Crew Dog: Yeah I feel like we, basically… oh, yes and no. The other really significant puzzle piece that we haven’t brought in yet is I did go to the VA hospital while all these other surgeries and recoveries were happening. I had a different physical issue, and I was going to let the VA do the procedure for that. And I went to the hospital to have the procedure, and they had a new protocol. This was before COVID, but they had a new protocol for pre-op to try to reduce MRSA, multiply resistant staph whatever.
Crew Dog: So they told me, and I’d already had several surgeries in other facilities and had never done this before, but at this VA hospital, they told me to take these antiseptic wipes, body wipes, and wipe my entire body, apart from my face and my groin. Wipe my entire body down with these antiseptic wipes, and then let them air dry. Let my skin air dry. Don’t rinse it off, put on the hospital gown. So I did that, and they wheeled me off to go get ready for my surgery. And there was some kind of a back up. They were delayed. And probably somewhere between 45 minutes to an hour after when my surgery had been scheduled to start, I had a severe allergic reaction to the antiseptic wipes.
Brianne: I had a feeling that’s where this was going.
Crew Dog: Yes. Which I also blogged about. But it turns out that I am severely allergic to chlorhexidine.
Brianne: Okay, and so you were able to identify the specific thing.
Crew Dog: Fortunately the surgery… they had not… I had a port, but they had not put anything in it yet. They had started an IV, not a port. They started an IV.
Brianne: Right. You had the connection.
Crew Dog: Yes. So I’ve got the needle in my arm and I’ve got the little pigtail tube, but I wasn’t hooked up to anything yet. So yes, very fortunately, we were able to isolate it to the chlorhexidine because I hadn’t been administered anything else yet.
Brianne: Yeah. And so I had this severe allergic reaction. It is most common for people’s blood pressure to go low when they’re having an allergic reaction.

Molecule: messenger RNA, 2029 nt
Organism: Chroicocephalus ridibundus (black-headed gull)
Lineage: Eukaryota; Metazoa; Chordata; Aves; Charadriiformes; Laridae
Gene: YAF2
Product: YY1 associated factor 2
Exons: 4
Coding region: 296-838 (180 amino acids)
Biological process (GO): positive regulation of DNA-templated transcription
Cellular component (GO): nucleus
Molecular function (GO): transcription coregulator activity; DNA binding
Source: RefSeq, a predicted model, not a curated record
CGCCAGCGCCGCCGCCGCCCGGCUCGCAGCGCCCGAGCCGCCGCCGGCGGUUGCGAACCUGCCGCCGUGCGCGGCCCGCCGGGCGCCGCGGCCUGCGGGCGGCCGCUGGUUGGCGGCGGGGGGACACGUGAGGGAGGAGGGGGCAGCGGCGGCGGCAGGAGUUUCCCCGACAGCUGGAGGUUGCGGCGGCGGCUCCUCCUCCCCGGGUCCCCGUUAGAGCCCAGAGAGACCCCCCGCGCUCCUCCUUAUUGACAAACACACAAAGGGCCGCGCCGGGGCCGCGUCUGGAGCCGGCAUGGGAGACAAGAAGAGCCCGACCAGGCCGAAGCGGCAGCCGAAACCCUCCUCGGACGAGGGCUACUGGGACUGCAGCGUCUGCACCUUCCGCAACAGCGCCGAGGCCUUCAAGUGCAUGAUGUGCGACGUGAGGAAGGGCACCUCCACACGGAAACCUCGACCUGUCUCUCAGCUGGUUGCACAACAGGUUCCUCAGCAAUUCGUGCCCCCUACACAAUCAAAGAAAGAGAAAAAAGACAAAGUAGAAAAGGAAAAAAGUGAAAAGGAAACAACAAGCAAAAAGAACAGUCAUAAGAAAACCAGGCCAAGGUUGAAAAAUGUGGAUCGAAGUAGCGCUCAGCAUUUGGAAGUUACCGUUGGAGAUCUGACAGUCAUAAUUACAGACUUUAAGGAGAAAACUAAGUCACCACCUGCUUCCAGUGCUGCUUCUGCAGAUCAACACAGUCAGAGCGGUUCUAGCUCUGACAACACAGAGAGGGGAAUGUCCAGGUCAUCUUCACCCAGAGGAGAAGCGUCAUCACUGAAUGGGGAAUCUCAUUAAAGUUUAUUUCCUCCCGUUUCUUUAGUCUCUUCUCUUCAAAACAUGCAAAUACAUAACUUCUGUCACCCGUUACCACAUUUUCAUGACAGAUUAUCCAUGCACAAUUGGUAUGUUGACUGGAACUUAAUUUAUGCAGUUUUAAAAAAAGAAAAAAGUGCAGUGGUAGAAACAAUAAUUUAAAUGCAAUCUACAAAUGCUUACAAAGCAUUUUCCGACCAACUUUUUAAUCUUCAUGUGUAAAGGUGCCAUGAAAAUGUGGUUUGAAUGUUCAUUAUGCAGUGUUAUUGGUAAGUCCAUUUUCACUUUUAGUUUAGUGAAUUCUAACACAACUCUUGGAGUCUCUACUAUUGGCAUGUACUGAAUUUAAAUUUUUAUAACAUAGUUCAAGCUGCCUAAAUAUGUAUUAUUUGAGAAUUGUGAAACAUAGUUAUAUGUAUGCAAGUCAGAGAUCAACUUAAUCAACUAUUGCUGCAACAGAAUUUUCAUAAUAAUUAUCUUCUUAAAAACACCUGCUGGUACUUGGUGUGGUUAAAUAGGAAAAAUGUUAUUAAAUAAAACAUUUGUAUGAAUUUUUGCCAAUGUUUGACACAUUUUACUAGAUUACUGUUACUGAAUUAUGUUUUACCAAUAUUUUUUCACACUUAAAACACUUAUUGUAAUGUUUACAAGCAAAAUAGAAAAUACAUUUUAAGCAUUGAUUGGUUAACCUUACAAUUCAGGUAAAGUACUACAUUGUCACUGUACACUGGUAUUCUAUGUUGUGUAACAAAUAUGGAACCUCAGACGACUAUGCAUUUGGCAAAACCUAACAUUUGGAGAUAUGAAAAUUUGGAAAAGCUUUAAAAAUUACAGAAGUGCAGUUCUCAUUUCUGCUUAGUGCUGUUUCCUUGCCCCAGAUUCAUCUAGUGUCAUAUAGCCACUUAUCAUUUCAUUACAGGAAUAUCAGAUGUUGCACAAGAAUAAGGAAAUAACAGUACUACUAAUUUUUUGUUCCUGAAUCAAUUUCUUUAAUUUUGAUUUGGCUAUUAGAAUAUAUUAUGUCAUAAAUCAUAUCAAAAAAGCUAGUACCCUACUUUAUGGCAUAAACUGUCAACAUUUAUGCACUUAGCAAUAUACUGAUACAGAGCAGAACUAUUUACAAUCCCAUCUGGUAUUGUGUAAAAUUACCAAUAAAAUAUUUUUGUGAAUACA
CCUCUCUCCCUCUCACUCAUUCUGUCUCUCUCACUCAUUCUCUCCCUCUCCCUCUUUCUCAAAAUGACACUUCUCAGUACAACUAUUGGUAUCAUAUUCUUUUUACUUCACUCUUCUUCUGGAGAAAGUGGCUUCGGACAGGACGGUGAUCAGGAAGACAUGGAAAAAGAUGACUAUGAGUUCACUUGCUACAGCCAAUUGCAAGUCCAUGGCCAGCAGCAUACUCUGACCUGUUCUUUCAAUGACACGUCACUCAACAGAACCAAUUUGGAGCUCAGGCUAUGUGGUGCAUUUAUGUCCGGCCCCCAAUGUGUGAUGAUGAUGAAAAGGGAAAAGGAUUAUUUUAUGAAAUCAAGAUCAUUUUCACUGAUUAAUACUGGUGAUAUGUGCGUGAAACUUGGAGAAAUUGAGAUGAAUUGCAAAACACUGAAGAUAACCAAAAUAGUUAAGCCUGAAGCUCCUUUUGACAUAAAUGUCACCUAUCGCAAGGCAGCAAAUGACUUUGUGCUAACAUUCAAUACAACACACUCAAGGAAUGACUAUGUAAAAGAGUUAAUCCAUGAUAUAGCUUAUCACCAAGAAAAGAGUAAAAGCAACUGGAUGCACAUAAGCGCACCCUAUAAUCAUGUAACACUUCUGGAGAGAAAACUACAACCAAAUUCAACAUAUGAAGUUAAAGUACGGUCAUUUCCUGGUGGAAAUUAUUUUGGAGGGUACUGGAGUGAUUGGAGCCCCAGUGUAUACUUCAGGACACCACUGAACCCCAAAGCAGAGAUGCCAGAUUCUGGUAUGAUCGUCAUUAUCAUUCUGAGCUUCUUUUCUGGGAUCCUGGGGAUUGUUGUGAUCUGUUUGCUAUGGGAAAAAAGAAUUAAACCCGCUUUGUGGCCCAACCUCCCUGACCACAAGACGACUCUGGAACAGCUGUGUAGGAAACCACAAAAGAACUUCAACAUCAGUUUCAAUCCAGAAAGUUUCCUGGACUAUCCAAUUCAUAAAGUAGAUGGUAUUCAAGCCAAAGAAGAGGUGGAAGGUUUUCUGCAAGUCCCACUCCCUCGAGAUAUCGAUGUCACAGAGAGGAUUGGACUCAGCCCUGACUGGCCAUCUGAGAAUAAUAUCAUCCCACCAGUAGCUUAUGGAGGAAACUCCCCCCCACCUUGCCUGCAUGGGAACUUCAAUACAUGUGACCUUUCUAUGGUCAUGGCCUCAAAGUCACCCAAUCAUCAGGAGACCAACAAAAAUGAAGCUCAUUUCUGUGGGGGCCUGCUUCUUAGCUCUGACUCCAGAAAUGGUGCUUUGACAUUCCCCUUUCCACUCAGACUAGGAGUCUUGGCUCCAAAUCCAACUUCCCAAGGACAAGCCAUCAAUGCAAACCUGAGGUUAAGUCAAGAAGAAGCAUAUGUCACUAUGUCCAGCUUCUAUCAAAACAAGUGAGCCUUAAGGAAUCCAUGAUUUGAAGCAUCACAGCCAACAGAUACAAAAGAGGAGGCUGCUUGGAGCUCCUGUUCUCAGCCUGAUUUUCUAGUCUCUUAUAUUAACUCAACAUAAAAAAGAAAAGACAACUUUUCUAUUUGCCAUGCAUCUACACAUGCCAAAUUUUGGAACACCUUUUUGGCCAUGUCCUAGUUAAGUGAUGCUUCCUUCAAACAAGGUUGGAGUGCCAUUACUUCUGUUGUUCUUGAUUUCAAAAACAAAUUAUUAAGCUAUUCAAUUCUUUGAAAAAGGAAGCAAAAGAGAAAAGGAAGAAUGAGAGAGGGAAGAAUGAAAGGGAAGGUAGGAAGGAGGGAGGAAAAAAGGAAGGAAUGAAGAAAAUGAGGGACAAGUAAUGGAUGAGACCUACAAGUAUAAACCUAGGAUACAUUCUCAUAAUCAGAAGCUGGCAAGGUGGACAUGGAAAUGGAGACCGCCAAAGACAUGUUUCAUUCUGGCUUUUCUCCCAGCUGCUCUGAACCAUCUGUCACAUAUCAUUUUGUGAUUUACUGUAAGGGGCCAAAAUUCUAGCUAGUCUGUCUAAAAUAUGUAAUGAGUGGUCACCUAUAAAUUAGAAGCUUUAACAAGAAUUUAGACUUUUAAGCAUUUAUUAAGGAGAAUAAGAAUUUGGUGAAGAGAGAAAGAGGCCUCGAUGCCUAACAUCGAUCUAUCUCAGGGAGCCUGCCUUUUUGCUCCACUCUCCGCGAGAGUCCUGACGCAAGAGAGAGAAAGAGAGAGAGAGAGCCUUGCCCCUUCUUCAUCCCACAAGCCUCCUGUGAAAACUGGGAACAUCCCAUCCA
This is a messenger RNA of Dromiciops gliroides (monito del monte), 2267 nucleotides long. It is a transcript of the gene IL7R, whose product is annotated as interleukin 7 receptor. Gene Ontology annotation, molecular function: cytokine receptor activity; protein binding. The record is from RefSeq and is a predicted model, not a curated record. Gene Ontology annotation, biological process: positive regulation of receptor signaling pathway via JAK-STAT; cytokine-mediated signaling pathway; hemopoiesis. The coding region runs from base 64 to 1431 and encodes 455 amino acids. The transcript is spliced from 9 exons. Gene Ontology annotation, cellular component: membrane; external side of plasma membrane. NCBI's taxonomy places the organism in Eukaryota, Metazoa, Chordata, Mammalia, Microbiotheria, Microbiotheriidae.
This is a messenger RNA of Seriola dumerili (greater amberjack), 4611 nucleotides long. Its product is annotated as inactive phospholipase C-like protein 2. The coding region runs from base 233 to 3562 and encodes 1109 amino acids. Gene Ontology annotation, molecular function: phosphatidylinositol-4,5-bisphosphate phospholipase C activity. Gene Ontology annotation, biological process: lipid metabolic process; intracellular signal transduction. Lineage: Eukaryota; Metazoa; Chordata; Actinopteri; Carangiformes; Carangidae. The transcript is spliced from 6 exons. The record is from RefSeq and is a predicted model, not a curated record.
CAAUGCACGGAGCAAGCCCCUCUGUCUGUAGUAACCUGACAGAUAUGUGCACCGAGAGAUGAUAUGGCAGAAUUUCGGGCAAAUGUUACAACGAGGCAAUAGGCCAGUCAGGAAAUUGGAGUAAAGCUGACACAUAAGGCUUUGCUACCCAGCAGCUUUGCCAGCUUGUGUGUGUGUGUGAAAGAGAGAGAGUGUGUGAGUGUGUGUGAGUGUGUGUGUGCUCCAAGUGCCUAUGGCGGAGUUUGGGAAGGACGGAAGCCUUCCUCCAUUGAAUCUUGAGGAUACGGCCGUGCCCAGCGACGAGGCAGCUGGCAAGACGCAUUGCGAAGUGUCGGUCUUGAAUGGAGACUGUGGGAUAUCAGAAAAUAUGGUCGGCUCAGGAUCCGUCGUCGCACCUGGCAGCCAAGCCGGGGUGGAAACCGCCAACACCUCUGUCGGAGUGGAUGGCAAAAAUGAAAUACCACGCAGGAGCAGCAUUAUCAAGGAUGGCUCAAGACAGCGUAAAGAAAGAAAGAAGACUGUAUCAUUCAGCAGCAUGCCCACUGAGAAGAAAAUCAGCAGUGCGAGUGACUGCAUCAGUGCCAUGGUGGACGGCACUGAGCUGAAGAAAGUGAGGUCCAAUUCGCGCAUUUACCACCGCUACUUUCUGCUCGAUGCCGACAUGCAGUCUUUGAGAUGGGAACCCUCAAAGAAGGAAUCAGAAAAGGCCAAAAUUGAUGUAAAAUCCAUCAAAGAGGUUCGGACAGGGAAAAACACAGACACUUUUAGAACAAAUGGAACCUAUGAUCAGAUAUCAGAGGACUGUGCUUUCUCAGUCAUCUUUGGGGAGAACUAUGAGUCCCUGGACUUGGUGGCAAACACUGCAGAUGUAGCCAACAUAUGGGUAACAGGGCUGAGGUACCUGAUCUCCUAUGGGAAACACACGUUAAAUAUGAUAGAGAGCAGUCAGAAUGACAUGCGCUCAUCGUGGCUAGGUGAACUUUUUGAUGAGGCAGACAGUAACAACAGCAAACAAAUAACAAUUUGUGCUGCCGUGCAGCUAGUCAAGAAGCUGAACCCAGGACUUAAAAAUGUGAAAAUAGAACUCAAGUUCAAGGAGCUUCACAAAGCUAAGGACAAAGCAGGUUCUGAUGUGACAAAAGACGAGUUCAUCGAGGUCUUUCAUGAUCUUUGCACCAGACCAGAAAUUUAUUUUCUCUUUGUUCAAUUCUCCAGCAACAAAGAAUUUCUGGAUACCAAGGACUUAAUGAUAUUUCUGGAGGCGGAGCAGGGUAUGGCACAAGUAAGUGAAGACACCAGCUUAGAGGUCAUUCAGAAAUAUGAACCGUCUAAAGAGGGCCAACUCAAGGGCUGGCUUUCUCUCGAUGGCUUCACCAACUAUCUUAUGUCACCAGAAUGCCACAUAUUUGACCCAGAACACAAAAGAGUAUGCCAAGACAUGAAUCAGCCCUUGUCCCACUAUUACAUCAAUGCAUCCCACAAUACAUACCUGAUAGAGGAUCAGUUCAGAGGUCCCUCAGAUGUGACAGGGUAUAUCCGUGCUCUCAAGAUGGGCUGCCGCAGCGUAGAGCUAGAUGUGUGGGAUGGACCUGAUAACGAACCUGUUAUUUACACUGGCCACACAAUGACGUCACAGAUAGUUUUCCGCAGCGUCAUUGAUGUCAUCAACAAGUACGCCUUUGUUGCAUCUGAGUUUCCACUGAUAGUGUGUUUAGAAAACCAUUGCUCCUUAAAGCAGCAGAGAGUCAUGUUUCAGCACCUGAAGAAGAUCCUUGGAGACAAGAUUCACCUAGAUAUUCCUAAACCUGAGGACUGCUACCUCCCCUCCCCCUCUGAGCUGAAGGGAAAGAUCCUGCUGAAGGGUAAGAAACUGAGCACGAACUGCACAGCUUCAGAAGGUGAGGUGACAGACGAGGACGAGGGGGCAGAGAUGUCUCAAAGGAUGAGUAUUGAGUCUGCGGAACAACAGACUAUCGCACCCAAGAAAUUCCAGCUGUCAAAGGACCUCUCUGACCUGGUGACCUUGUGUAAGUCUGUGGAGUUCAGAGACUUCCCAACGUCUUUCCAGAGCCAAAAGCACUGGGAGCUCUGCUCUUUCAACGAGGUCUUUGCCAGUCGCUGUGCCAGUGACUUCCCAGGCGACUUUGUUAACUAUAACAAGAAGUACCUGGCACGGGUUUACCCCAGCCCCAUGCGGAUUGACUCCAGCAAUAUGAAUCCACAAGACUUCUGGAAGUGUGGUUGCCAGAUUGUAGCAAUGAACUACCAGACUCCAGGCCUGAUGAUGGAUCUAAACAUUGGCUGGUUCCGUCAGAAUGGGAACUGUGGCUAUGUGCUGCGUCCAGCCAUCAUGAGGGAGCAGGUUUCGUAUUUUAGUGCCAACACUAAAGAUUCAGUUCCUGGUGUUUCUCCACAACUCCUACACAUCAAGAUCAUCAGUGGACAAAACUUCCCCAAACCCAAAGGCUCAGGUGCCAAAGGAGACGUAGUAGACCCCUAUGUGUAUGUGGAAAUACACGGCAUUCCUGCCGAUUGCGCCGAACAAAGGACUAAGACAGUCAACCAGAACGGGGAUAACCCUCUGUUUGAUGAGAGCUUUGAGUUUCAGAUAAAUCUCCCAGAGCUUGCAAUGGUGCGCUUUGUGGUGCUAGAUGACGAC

Crew Dog: I am in the minority of people whose blood pressure goes high.
Brianne: Okay. Congratulations!
Crew Dog: So my blood pressure… thank you. My blood pressure went up to like 185 over 110, and the nurse said what nurses everywhere always say, “Oh, your blood pressure’s a bit high.”
Brianne: You’re like, “Okay. Sure. Sure.”
Crew Dog: But anyway, I mean, I started flushing. I got hives. I was having an obvious external skin reaction as well as then the blood pressure going high and everything else. And I feel like that episode was the epigenetic trigger that activated what was going on in my body. I mean, this gene that I had that was dormant, and that’s when I started having allergic-type reactions to everything. And prior to that, when I first started having the vertigo, I had gone to an allergist as part of the workup, allergic to mold.
Crew Dog: So that was my only known allergy at that point. But after this episode in the hospital,
Brianne: What a strange unprecedented thing. Ha ha. Sorry. So you’re reacting to everything.
Crew Dog: That completely changed my life. That really was the trigger for me becoming… identifying as chronically ill and disabled, because it altered what I was able to do to such a degree. And then this year finally, because I don’t know how long we’ve been talking, but I was finally… I paid out of pocket to go to an expert and was diagnosed with mast cell activation syndrome.
Brianne: And how’d you in between… cause you talked about connective tissue a lot and obviously the injuries. At what point did you start thinking about it as a systemic connective tissue problem, as opposed to an injury that just for some reason wasn’t healing, was there a transfer point? I know you’re talking about mast cell, but both know that they may be related. So that’s why I’m asking.
Crew Dog: You and I know that they’re all interconnected, right? That there’s a co-morbidity between mast cell issues and connective tissue issues. Just to clarify for people who aren’t us.
Brianne: Tangentially, a really strange thing about this kind of… this is the second podcast interview that I’ve done. So it’ll be the third probably episode in the new batch. There’s one more old one to come out, but it’s like, I’ve learned so much in the last year. And I think most of the people that I talk to, especially in this round are Twitter people. So they’re like, “We’re all having one conversation, almost all the time,” that I think is going to change the tone of the podcast for people who are also Twitter people, which is not everyone. But yes, so we both know, and are like, “Of course, everyone who talks to us on the internet knows that hypermobility mast cell issues, et cetera are probably related.” And anyone who listened to the podcast probably knows if they’ve listened to all of them, because of course it’s come up quite a few times already, but I think I’m asking different questions this round. So, so yeah. So at some point you didn’t know any of that.